Fat storage is important in framing the latest speculation about PBDEs. The authors are sure to note that people with high BMI have greater levels. The reason for that is obvious, as just explained, so either they don't know any biochemistry or they have chosen to ignore it in order to get some cultural buzz. And while animals are not little people - the big flaw in claims that chemicals causing hazards in rats must also be risky for people - kids are actually little people, which is why bioaccumulation of something harmless is still harmless. If you can detect five or 10X the level of something that can't be harmful, it doesn't much matter how tall the person is, 10 times zero is still zero.

The authors make sure to show a smiling baby in their paper about how they can detect PBDEs - you care about kids, right? - though they then present nothing at all to show why any of it matters.

There is a chemical near this child! I am writing me a letter to Congress! Or Obama, so he can executive order that all chemicals be banned from contact with children before Trump takes over. 

There are multiple issues in the paper. We are really talking about 17 kids here, with statistical manipulation ("linear and Tobit regression, log-transformed PBDE congeners were modeled as a function of child characteristics") to create an unobservable variable in order to correlate the presence of PBDEs with socioeconomic factors, like being poor.

Given that, who looks more pro-science than epidemiologists in this case? Smokers, fat people and the poor - though, really, those folks are all the same in these simplistic data-dredging papers. Smokers are obviously not more pro-science than anyone, the weight of evidence showing the perils of smoking has been available for generations, and poor people are not necessarily more pro-science than the data dredgers writing the paper.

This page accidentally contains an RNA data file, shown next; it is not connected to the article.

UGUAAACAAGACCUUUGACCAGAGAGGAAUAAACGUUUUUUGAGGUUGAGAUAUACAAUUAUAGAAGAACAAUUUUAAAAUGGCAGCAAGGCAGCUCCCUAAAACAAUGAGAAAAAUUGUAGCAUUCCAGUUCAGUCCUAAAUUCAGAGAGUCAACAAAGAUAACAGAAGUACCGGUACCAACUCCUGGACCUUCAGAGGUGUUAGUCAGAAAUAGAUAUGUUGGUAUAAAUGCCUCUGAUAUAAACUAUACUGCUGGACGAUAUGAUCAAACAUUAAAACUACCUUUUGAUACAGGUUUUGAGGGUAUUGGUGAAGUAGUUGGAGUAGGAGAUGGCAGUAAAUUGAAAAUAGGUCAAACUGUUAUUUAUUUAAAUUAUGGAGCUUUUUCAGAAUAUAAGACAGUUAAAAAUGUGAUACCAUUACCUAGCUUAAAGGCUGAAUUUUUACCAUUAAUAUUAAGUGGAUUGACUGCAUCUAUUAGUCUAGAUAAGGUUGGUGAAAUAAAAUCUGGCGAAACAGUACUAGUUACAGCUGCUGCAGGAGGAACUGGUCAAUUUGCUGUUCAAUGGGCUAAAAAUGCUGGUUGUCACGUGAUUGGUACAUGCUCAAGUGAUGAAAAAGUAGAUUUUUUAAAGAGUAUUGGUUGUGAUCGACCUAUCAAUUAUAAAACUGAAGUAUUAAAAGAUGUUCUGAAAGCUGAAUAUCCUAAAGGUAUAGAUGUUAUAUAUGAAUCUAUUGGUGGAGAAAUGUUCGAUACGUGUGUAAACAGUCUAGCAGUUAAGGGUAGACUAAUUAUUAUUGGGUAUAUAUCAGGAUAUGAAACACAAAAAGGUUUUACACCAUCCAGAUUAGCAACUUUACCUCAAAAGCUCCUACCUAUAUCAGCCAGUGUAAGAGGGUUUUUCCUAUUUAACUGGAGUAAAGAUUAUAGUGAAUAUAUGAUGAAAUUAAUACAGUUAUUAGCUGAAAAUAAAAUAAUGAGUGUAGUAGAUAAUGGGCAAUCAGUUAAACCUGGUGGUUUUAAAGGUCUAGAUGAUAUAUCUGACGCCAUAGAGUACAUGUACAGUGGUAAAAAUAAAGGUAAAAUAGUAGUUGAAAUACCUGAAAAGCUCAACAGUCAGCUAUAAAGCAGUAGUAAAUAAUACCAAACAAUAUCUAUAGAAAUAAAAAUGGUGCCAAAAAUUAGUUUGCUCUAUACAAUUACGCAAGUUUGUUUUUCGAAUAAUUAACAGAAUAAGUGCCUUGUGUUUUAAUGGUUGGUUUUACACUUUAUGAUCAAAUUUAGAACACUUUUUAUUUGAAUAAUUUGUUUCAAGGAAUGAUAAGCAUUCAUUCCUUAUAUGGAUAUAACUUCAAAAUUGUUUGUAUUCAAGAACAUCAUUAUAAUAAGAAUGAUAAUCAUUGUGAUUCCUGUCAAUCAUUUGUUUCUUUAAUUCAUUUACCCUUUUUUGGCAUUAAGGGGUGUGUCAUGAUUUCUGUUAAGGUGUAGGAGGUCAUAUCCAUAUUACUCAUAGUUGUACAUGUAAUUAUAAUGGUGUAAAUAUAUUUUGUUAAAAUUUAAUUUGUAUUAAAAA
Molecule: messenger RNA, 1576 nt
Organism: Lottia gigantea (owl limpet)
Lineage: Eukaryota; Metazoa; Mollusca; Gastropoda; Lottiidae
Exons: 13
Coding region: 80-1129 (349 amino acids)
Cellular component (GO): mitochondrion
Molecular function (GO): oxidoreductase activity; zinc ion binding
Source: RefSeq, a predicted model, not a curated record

Wait, why would smokers have more PBDEs? There is no reason, and unlike with BMI the authors won't even lob out speculation about a link, it is just more evidence this paper is fishin' in the dark. For that matter, why do Californians have more PBDEs than people in Kansas?

It doesn't matter. The reality is poor people simply keep their furniture longer. And since there is a fire every two hours in the U.S., it may be good that they're keeping furniture that is scientifically safer.

I'm not a conspiracy theorist but it's not wrong to suggest that this paper was written to be lawsuit bait: One of the co-authors worked for the sue-and-settle environmental law firm Weitz & Luxenberg. Poor people make great plaintiffs because all money is good money when you have little of it, which is ironically why they still have that old, safe furniture. 


(1) A non-peer-reviewed analysis of 20 mother-child pairs in the United States by EWG is what set off this whole chain of events. Weirdly, there is even less science-based policy-making in Europe.

(2) They did. 

(3) If that sounds like Center for Science in the Public Interest's Michael Jacobson ranting about saturated fats and insisting they needed to be replaced with trans fats, only to then rant about the replacement to pretend it's about public health, well, there is a reason they are both called Moonbeam. Fortunately, both will also be retired in 2017.

(4) And being detectable in men wouldn't get media attention.